Money is created when you are able to satisfy more (or equivalent) of human needs while using equivalent (or less) resources and time. The freed up resources and time is then used to do other stuff that people value.
In other words, productivity drives economic growth. People value a lot of things – efficiency, leisure time, finding mates, being engrossed, mastering a skill. Satisfying all those needs using lesser resources than before (through technology, innovative policies, newly discovered resources) is how additional value is created.
Today’s startups are a world apart from the simple theoretical barter system of economy. The dot com hype of 1999 sent startups to stratosphere, where many of them IPOed and made lots of money for their founders and investors. Then they came crashing down and destroyed $5 trillion of value.
So, what does it mean to destroy $5 trillion? Didn’t that money go somewhere? Even if a founder got rich before her company crashed, she must have gained the money to spend somewhere – real estate, vacations, champagnes and so on. If money went back in the system, how exactly did value get destroyed? As Warren Buffet explains in this article, “value is destroyed by any business that makes losses in its lifetime”. Taking to the extreme, for example, if I start a business where the whole proposition is to pay employees for sitting idle, I’m destroying value. That’s because if my business didn’t exist, those employees would have been employed elsewhere, would have still gotten paid (so they can buy stuff) AND would have been creating something of value for other people. By not making people create something of value, I’m destroying value. They’re consuming but not giving back. This means inefficient businesses destroy value. Flop movies destroy value. Bad plans destroy value. Irrational exuberance destroys value.
In other words, a startup is in the business of creating value. Full stop.
If you are an entrepreneur and all that reading about exotic business models (aka Zenefits) or loss-making growth (aka most public SaaS companies) or hoped-for-advertising profits (aka Twitter) overwhelms and confuses you, take a deep breath and simply think about the fundamentals: are those startups better at creating value for a group of humans than anyone else in the world? How large is the group of humans who benefit? And by value, you clarify: are they in a business of creating something that other people want.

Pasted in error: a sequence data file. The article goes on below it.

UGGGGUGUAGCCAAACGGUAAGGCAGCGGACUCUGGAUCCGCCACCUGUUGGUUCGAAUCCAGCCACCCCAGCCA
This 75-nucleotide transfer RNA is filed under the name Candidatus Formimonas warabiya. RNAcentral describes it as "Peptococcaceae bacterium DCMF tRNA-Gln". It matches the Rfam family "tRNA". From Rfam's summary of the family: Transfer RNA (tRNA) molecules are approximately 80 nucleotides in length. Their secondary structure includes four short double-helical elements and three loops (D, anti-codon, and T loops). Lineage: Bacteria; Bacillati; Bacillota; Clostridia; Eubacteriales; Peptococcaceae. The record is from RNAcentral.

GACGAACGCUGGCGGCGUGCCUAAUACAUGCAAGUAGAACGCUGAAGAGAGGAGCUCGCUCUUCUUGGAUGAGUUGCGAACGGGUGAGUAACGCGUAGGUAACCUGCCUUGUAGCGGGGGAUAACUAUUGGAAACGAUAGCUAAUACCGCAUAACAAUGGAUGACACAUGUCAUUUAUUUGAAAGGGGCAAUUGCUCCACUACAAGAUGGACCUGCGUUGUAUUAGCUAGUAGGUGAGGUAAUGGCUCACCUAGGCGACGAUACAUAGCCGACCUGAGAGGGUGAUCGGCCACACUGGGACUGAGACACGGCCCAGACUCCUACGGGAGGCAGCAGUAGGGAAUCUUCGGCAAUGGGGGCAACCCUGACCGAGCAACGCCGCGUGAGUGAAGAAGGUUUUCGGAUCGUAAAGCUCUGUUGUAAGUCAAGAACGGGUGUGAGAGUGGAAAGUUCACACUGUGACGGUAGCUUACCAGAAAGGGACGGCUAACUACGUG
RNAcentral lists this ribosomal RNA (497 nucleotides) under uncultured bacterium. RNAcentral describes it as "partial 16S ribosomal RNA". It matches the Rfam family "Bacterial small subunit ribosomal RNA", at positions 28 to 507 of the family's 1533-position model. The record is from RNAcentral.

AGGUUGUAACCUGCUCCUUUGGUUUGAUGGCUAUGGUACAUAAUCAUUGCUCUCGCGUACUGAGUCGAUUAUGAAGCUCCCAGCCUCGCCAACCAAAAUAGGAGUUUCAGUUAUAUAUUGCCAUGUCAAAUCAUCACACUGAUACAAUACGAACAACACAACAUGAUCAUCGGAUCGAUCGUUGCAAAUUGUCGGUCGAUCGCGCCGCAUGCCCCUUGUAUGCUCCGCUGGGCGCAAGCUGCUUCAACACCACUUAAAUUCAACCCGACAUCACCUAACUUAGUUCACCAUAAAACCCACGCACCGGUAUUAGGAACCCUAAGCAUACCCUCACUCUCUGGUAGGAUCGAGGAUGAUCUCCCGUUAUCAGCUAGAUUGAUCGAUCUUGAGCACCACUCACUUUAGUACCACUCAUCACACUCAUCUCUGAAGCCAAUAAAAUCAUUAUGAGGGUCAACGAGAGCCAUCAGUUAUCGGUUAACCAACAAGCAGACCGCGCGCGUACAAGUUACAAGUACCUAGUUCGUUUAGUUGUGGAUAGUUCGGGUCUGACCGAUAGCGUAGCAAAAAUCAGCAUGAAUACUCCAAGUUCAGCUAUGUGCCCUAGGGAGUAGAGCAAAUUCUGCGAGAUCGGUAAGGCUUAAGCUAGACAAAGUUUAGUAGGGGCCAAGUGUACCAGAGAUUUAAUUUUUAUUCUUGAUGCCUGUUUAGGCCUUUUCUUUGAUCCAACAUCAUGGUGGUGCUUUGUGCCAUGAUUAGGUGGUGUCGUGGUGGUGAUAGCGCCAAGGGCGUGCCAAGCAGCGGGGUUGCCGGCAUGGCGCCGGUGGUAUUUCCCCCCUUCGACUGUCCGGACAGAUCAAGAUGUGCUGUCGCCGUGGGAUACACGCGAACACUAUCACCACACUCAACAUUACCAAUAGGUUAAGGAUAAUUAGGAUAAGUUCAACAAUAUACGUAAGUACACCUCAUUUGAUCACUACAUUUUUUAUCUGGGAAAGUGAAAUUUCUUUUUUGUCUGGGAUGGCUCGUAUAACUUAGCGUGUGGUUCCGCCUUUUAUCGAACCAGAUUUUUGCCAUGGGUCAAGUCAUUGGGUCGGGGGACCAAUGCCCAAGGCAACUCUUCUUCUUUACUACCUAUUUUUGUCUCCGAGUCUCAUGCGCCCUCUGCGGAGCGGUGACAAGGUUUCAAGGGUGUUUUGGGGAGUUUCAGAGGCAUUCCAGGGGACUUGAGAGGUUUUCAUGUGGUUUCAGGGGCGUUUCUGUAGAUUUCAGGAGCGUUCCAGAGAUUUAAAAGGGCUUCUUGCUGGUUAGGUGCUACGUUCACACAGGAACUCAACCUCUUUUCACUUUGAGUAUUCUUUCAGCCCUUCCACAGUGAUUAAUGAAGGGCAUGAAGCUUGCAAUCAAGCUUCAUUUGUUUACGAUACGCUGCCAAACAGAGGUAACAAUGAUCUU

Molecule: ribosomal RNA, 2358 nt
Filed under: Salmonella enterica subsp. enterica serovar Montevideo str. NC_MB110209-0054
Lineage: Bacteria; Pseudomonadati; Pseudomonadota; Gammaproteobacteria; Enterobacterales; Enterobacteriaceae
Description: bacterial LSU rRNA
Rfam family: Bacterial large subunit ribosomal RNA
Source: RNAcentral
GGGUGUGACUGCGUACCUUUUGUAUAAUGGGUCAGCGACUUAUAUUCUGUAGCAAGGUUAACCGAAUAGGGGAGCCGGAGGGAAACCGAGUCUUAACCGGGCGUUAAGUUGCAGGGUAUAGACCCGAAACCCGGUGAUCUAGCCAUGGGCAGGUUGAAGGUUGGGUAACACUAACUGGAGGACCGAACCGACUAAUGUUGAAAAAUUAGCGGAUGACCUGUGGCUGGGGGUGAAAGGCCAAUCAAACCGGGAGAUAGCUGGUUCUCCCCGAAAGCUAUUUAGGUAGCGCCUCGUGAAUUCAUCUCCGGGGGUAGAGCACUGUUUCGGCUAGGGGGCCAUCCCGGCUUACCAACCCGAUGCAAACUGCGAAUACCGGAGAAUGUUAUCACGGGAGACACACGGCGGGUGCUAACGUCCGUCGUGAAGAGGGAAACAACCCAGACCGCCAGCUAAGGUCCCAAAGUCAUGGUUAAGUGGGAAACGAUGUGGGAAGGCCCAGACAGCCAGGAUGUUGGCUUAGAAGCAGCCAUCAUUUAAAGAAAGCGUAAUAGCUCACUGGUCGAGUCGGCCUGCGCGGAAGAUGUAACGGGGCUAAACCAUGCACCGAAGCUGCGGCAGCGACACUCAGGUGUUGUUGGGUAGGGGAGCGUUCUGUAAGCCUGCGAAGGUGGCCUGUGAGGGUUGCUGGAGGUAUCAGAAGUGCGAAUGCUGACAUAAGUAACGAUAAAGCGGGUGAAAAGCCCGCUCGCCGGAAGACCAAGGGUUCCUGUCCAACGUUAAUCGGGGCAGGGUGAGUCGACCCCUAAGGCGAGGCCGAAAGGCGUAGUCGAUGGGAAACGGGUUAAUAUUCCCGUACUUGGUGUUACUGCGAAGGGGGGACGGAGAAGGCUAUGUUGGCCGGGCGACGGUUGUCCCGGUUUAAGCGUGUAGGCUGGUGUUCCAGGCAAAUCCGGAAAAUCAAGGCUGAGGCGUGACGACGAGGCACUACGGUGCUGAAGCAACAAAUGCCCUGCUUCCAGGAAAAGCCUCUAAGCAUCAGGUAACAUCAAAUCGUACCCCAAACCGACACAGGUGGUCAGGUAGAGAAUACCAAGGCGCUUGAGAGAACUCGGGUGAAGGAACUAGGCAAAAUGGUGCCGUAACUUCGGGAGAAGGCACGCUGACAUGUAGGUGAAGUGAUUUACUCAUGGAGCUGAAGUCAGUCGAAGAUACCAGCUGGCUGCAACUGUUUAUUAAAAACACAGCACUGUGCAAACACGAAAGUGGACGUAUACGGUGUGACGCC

To reiterate, I’ll quote Paul Graham from his essay “How to make wealth“:
‘Wealth (value) is not the same thing as money. Wealth is the fundamental thing. Wealth is stuff we want: food, clothes, houses, cars, gadgets, travel to interesting places, and so on. (To create wealth), you just have to do something people want.’ ~ Paul Graham
I’ve been thinking about future of startups or economy in general. If we fast forward a 1000 years, how will our economy look like? Will we have the concept of money? There are two points worth exploring. The first one is that all the technological progress means that poverty is reducing everywhere and because of increased automation and productivity,
people’s needs are increasingly fulfilled using less cost and resources ... Read the entire post →
The idea of rationality holding supreme power to describe the universe is a very strong one and has actually lead to a lot of progress in recent centuries in terms of increased lifespan and other comforts. However, does this mean that in terms of stacking order Science is the end answer to everything? The two books inspired me to try approaching this from a first principles perspective.
So I asked myself where should all human inquiry begin?
In other words.
We now know that humans are a type of mammal, organisms evolved just like any other we find on Earth. Every now and then since the recorded history, man (a human) has gradually dethroned himself from being the centre of the universe to now a collection of biological cells capable of thought. Every time a Copernican revolution happened in Science, humans got closer to their primate family.
It’s both scientifically proven and commonly observed that much of our behaviour is animal-like. We eat, we reproduce, we play, we take care of young ones. We do pretty much that all biological creatures exist for – passing on genetic information to the next generation.
The fantastic unique ability of humans for elaborate communication and exchange of thoughts makes us different from the rest of biological creatures. Avoidance of suffering is programmed into us (and all other creatures) through evolution. The drive for survival and food lead a creature into suffering-minimizing mode. The drive for reproduction and sex lead it to happiness-maximizing mode. All creatures including humans are programmed to minimise suffering and maximize happiness.
The only way for all biological creatures apart from humans to maximize survival and reproduction is through unconscious, programmed genetic evolution over generations. Humans are special in that regard. In addition to genetic record, we can record our experiences in oral and written form and teach the same generation on how to minimize suffering and maximize happiness — the drives that evolution wants us to optimize for.